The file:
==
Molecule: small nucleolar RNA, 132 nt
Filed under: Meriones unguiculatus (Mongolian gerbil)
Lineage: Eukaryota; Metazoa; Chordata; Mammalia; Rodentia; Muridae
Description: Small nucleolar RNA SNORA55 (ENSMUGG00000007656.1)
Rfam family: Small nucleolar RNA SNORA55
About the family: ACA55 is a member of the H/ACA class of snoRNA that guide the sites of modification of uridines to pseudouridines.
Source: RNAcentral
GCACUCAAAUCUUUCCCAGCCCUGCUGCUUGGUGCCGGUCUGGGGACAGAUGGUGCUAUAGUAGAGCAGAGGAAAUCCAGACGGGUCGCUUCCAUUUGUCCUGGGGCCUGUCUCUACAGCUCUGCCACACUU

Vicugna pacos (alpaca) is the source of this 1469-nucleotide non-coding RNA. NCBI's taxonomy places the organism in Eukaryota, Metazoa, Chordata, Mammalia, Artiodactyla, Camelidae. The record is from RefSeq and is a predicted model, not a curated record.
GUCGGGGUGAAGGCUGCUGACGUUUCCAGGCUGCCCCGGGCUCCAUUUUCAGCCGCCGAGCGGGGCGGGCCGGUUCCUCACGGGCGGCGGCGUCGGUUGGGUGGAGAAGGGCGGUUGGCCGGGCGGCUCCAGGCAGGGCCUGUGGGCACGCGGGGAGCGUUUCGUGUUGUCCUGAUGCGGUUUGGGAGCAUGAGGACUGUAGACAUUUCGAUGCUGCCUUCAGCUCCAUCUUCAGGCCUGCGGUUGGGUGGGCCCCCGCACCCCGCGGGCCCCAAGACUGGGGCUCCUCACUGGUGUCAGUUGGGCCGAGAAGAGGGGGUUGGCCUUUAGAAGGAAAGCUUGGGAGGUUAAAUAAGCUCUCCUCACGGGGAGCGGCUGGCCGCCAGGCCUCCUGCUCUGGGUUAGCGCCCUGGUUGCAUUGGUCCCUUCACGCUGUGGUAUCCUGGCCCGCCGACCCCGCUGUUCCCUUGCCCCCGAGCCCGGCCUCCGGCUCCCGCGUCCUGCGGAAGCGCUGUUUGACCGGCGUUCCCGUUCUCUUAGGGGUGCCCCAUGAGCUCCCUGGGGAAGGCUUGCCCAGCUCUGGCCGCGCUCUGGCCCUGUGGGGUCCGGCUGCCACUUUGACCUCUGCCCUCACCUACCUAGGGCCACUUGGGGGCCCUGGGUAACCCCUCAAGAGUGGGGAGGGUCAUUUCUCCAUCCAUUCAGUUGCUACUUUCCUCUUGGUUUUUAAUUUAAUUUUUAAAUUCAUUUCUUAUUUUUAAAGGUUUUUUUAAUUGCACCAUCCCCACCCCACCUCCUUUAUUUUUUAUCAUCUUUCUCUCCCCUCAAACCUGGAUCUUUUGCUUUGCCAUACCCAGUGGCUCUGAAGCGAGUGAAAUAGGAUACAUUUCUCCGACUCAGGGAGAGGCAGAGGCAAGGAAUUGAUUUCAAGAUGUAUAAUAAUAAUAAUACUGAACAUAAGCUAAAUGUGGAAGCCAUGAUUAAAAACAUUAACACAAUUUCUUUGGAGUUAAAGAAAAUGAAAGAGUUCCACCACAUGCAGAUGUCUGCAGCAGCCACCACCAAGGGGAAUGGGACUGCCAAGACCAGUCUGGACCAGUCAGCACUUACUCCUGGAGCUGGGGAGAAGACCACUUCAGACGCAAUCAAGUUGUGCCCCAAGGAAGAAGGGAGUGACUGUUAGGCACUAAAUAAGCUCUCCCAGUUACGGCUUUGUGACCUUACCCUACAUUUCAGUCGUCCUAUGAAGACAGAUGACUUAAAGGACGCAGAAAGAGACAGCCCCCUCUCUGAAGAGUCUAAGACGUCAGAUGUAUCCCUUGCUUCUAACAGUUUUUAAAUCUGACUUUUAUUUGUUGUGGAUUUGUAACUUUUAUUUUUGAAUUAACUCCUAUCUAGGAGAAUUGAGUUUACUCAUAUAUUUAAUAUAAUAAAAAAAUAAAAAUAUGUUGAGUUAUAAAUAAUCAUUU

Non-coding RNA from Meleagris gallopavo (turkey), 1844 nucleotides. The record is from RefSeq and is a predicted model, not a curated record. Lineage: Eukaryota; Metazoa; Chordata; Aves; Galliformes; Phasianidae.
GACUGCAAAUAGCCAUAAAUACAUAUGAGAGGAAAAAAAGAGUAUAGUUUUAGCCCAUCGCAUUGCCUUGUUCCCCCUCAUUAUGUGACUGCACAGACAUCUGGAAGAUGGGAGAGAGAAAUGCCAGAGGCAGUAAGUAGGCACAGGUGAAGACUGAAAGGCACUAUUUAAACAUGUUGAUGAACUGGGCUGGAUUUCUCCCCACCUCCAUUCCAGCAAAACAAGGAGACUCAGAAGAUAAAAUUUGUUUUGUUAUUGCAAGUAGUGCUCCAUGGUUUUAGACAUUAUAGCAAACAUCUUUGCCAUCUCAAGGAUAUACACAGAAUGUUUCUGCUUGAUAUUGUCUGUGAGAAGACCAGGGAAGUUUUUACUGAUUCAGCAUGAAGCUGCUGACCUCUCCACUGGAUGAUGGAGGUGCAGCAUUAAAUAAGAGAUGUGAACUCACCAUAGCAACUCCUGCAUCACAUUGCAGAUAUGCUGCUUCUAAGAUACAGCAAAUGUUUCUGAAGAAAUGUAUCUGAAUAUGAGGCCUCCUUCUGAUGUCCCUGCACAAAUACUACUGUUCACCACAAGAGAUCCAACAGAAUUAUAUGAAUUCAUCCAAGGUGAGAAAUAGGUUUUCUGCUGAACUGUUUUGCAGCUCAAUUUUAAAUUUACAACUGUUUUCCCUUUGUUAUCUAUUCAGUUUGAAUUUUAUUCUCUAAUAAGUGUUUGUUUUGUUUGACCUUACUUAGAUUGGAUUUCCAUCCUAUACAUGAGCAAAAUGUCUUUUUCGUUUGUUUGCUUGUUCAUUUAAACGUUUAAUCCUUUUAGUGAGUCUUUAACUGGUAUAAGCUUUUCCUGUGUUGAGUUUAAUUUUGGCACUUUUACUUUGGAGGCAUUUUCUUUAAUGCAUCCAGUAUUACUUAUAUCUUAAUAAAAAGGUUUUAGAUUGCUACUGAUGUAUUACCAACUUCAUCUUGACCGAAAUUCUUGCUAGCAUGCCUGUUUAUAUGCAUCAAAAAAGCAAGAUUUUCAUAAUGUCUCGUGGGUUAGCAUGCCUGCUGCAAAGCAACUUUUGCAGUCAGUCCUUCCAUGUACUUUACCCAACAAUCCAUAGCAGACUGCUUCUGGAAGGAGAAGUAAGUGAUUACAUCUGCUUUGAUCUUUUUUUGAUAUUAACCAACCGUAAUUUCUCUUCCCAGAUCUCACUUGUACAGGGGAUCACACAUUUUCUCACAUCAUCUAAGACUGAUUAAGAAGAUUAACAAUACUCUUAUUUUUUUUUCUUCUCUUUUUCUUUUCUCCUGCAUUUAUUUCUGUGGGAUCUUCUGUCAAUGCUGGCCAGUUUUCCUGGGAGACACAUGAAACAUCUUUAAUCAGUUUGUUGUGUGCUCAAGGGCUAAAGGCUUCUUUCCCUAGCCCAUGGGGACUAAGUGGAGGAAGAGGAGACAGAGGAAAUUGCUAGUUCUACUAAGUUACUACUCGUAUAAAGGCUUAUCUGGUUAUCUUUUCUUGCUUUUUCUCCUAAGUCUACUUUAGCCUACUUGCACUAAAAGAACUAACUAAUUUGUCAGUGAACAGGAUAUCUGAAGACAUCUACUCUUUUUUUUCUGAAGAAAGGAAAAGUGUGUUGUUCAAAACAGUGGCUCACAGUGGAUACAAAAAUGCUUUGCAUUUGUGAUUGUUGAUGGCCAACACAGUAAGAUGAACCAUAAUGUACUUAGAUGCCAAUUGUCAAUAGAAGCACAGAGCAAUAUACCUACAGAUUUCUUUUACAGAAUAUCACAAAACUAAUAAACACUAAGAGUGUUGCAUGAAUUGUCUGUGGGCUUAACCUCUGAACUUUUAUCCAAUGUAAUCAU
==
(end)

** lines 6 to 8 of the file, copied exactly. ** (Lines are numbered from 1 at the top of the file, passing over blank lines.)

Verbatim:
About the family: ACA55 is a member of the H/ACA class of snoRNA that guide the sites of modification of uridines to pseudouridines.
Source: RNAcentral
GCACUCAAAUCUUUCCCAGCCCUGCUGCUUGGUGCCGGUCUGGGGACAGAUGGUGCUAUAGUAGAGCAGAGGAAAUCCAGACGGGUCGCUUCCAUUUGUCCUGGGGCCUGUCUCUACAGCUCUGCCACACUU